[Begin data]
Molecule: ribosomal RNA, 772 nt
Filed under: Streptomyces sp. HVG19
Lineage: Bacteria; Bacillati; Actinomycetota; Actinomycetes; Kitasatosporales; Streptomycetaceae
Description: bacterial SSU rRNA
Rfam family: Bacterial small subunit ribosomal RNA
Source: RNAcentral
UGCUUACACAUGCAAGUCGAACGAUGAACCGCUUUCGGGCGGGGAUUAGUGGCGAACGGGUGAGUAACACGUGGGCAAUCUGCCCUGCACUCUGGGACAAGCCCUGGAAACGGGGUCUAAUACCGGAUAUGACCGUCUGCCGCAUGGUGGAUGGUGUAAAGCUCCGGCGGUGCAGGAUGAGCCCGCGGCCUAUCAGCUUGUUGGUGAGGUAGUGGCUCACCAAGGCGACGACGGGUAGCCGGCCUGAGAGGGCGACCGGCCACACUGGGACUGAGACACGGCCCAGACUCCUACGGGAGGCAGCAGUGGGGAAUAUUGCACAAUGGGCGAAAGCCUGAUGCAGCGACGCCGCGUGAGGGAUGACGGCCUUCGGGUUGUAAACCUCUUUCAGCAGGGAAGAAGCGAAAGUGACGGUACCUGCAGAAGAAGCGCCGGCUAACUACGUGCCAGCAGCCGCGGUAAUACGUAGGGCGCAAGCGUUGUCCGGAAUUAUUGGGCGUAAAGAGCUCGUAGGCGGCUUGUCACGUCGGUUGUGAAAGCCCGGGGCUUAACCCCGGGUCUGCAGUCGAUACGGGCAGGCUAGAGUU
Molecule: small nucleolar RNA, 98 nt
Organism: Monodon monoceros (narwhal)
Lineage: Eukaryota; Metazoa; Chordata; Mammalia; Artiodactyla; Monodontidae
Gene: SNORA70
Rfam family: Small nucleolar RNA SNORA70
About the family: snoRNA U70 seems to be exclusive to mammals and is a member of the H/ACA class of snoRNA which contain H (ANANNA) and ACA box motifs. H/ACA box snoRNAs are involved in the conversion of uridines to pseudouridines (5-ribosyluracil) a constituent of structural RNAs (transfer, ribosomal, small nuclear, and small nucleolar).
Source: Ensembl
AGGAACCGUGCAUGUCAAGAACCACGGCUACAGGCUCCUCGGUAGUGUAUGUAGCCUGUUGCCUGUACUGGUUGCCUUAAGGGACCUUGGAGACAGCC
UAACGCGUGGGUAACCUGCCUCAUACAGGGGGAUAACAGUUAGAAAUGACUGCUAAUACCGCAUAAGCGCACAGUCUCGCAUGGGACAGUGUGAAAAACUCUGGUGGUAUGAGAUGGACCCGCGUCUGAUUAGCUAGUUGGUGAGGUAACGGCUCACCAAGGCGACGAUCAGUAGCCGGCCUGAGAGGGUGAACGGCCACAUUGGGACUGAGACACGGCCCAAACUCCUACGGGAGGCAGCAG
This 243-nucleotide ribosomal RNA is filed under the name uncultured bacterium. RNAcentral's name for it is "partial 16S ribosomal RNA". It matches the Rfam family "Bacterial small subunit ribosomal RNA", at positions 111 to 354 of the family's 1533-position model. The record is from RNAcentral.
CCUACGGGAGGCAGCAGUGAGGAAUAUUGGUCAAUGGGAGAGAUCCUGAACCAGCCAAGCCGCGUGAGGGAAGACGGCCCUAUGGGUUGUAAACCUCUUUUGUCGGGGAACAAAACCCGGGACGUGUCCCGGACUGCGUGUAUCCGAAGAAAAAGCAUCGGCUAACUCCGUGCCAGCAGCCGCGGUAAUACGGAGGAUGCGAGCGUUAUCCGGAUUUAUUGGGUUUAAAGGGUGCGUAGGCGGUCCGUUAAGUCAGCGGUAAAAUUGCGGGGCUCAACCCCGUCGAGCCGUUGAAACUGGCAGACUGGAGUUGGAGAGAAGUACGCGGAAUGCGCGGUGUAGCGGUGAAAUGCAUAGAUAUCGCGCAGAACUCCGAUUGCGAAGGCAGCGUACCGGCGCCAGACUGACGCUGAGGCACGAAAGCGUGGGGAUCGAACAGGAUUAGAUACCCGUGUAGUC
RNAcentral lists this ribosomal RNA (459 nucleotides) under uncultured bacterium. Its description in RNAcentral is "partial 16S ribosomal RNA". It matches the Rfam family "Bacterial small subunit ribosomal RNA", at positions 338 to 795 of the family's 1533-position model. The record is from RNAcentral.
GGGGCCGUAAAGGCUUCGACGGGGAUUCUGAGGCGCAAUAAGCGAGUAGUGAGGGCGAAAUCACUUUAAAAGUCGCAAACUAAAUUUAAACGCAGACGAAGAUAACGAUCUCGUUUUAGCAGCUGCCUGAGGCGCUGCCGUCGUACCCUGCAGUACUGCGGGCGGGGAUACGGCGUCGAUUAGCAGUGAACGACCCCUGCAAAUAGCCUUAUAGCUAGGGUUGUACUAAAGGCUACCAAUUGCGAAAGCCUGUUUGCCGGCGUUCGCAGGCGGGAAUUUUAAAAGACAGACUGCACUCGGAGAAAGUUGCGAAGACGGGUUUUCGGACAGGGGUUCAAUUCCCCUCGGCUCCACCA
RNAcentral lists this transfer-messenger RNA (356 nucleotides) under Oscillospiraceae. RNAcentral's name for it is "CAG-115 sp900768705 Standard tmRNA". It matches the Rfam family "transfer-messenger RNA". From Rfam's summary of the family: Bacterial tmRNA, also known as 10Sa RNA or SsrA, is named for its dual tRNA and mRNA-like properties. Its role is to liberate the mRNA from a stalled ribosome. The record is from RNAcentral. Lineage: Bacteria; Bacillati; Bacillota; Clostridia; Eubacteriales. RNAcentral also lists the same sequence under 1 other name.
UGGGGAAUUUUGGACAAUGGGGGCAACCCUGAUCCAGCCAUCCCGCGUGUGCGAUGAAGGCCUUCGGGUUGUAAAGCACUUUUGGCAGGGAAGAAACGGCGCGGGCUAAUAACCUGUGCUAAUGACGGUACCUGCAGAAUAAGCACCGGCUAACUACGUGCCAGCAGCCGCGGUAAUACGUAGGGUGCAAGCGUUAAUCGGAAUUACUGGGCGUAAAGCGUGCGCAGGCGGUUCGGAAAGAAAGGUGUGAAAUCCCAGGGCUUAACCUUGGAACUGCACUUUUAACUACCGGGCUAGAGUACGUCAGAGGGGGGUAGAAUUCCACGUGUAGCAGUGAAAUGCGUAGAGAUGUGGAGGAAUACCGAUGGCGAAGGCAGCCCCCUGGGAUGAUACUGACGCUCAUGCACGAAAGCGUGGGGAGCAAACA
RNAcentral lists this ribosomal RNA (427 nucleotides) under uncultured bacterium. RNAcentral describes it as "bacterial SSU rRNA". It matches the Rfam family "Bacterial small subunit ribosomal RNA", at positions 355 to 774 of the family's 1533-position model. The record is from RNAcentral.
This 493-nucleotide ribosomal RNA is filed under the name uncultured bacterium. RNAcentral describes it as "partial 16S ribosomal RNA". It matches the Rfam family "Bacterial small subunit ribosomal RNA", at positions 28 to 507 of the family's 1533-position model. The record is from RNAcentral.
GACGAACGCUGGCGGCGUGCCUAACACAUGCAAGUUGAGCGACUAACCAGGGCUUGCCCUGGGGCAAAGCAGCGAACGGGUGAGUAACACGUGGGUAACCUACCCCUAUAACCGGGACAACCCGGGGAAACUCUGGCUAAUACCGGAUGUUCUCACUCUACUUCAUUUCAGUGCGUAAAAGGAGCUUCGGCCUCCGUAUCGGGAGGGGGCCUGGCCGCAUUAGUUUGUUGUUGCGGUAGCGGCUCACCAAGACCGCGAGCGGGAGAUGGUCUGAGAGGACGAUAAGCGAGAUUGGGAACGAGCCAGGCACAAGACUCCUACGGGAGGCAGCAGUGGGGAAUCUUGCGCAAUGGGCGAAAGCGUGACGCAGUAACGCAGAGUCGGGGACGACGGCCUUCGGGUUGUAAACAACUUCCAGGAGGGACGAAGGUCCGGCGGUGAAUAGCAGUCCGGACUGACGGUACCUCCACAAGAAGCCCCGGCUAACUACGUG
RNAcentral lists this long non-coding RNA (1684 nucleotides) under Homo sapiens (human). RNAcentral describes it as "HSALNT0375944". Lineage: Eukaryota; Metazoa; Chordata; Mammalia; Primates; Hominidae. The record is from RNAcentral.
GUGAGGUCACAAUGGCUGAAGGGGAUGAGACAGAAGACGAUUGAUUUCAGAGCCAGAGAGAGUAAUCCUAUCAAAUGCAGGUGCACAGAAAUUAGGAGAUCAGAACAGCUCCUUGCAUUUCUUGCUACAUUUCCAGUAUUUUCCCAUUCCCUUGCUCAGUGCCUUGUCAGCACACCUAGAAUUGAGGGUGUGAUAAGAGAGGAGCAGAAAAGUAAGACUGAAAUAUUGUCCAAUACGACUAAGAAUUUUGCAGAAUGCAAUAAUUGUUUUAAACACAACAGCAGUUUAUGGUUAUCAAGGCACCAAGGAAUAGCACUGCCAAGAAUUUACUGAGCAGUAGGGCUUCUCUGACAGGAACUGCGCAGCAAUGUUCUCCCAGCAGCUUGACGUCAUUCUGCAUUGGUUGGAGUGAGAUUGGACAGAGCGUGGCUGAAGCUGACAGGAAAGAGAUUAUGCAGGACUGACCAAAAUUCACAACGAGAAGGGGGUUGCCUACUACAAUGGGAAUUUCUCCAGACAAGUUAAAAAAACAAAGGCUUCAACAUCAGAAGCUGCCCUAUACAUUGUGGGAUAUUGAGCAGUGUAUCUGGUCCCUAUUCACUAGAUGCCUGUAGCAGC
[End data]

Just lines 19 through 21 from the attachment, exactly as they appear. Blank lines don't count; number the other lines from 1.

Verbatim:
RNAcentral lists this ribosomal RNA (459 nucleotides) under uncultured bacterium. Its description in RNAcentral is "partial 16S ribosomal RNA". It matches the Rfam family "Bacterial small subunit ribosomal RNA", at positions 338 to 795 of the family's 1533-position model. The record is from RNAcentral.
GGGGCCGUAAAGGCUUCGACGGGGAUUCUGAGGCGCAAUAAGCGAGUAGUGAGGGCGAAAUCACUUUAAAAGUCGCAAACUAAAUUUAAACGCAGACGAAGAUAACGAUCUCGUUUUAGCAGCUGCCUGAGGCGCUGCCGUCGUACCCUGCAGUACUGCGGGCGGGGAUACGGCGUCGAUUAGCAGUGAACGACCCCUGCAAAUAGCCUUAUAGCUAGGGUUGUACUAAAGGCUACCAAUUGCGAAAGCCUGUUUGCCGGCGUUCGCAGGCGGGAAUUUUAAAAGACAGACUGCACUCGGAGAAAGUUGCGAAGACGGGUUUUCGGACAGGGGUUCAAUUCCCCUCGGCUCCACCA
RNAcentral lists this transfer-messenger RNA (356 nucleotides) under Oscillospiraceae. RNAcentral's name for it is "CAG-115 sp900768705 Standard tmRNA". It matches the Rfam family "transfer-messenger RNA". From Rfam's summary of the family: Bacterial tmRNA, also known as 10Sa RNA or SsrA, is named for its dual tRNA and mRNA-like properties. Its role is to liberate the mRNA from a stalled ribosome. The record is from RNAcentral. Lineage: Bacteria; Bacillati; Bacillota; Clostridia; Eubacteriales. RNAcentral also lists the same sequence under 1 other name.